It goes without saying (or writing) that achieving ideal office efficiency and productivity won’t be achieved simply by waving a magic wand. Wouldn’t that be nice! So, leverage CMIT Solutions to work with your business to elevate office efficiency and productivity to new heights. Personally, I leverage the brain trust of our CMIT Solutions nationwide system to achieve better results for my CMIT Denver office from technical and non-technical  perspectives. Don’t be in this battle alone to optimize efficiency!

Let CMIT assess the IT landscape so your small or mid-size business or organization can implement IT strategies that work for you to build and grow your business. Call us today and join our Stand Up For Productivity campaign.

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Cyber CrimeA Seattle company was recently broken into and a stash of old laptops was stolen. Just a typical everyday crime by typical everyday thieves. These laptops weren’t even being used by anyone in the company. The crime turned out to be anything but ordinary when those same thieves (cyber-criminals) used data from the laptops to obtain information and siphon money out of the company via fraudulent payroll transactions. On top of stealing money, they also managed to steal employee identities.

Another small company was hacked by another “company” that shared the same high-rise office building with them. Management only became aware of the theft once they started seeing unusual financial transactions in their bank accounts. Even then, they didn’t know if there was internal embezzlement or external cyber theft. It turned out to be cyber theft. The thief in this case drove a Mercedes and wore a Rolex watch… and looked like anyone else walking in and out of their building. Welcome to the age of cyber crime.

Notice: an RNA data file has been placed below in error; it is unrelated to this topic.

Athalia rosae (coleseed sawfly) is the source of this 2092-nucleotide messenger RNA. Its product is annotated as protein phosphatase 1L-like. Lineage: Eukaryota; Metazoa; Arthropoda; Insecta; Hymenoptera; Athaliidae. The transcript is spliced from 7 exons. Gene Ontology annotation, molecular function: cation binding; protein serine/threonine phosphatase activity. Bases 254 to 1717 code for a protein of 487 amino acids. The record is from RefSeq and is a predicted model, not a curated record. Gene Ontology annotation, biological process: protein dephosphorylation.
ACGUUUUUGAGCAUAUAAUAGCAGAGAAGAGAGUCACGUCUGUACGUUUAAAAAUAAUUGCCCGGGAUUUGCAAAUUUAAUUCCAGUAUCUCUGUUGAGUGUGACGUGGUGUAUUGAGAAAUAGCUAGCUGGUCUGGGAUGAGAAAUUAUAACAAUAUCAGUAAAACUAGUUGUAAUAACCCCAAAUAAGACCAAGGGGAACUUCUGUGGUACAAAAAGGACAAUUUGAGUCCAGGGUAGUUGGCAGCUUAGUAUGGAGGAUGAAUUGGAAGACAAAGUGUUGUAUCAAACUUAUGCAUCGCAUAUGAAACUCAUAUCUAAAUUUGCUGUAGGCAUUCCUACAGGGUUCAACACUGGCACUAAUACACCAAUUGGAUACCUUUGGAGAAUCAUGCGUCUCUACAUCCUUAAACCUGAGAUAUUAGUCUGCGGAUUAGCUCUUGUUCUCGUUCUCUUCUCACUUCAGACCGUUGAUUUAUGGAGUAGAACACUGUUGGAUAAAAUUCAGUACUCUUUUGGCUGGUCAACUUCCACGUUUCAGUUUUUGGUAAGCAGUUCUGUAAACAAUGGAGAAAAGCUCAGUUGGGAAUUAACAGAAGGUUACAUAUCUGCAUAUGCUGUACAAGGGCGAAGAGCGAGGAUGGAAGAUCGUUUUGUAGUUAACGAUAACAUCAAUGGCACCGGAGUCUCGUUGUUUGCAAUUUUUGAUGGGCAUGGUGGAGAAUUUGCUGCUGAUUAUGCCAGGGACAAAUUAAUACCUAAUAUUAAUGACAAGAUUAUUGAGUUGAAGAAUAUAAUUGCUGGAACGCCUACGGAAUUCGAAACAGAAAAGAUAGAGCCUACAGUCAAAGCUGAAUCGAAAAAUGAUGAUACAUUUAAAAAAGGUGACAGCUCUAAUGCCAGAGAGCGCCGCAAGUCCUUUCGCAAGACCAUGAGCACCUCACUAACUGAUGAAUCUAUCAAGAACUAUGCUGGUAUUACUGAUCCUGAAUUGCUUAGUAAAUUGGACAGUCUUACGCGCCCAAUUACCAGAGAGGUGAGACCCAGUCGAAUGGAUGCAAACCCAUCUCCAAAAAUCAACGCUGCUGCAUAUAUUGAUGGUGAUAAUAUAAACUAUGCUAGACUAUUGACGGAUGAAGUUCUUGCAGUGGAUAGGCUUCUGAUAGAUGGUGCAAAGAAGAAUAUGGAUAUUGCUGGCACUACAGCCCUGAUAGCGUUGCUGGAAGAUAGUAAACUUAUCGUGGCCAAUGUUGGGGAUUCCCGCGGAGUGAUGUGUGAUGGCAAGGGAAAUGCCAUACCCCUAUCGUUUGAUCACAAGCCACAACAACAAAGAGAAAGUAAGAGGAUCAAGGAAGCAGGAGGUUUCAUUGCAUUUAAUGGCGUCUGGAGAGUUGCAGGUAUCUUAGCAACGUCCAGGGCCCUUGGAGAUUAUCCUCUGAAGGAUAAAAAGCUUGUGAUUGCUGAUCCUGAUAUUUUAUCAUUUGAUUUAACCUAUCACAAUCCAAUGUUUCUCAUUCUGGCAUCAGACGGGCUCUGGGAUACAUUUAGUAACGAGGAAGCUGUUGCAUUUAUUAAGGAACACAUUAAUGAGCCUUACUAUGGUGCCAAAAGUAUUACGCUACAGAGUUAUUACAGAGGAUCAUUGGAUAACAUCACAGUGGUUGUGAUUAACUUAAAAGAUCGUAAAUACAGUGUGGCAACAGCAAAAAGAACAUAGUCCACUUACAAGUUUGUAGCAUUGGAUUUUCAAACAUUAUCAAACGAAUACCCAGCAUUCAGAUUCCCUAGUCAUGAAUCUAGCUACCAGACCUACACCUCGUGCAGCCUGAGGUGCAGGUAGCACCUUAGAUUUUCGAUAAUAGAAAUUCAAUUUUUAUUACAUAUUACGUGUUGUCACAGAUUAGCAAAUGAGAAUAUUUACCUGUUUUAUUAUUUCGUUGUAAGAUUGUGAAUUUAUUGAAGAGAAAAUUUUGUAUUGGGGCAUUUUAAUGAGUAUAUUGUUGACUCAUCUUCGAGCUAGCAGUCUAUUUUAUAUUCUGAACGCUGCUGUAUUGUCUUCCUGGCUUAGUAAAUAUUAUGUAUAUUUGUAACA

You Are Their Favorite Target

One of the biggest issues facing small businesses in the fight against cyber crime is the lack of a cyber-security plan. While 83%  lack a formal plan, over 69% lack even an informal one. Half of small business owners believe that cyber crime will never affect them. In fact, small businesses are a cyber criminal’s favorite target! Why? Small businesses are not prepared and they make it easier on criminals.

The result? Cyber-attacks cost SMBs an average of $188,242 each incident and nearly two-thirds of the businesses affected are out of business within 6 months (2011 Symantec/NCSA Study). A separate study by Verizon showed that over 80% of small business cyber crime victims were due to insufficient network security (wireless and password issues ranked highest). With unsecure networks and no formal plan to combat them, we make it easy on the criminals.

How They Attack

The #1 money-generating technique these “bad guys” use is to infect your systems with malware so that whenever you (or your employees) visit a web site and enter a password (Facebook, bank, payroll, etc.) the malware programs harvest that data and send it off to the bad guys to do their evil stuff.

They can get to you through physical office break-ins, “wardriving” (compromising defenseless wireless networks) or e-mail phishing scams and harmful web sites. Cyber-criminals are relentless in their efforts, and no one is immune to their tricks.

5 Steps To Protect Your Business

  • Get Educated. Find out the risks and educate your staff.
  • Do A Threat Assessment. Examine your firewall, anti-virus protection and anything connected to your network. What
  • data is sensitive or subject to data-breach laws?
  • Create A Cyber-Security Action Plan. Your plan should include both education and a “fire drill.”
  • Monitor Consistently. Security is never a one-time activity. Monitoring 24/7 is critical.
  • Re-Assess Regularly. New threats emerge all the time and are always changing. You can only win by staying ahead!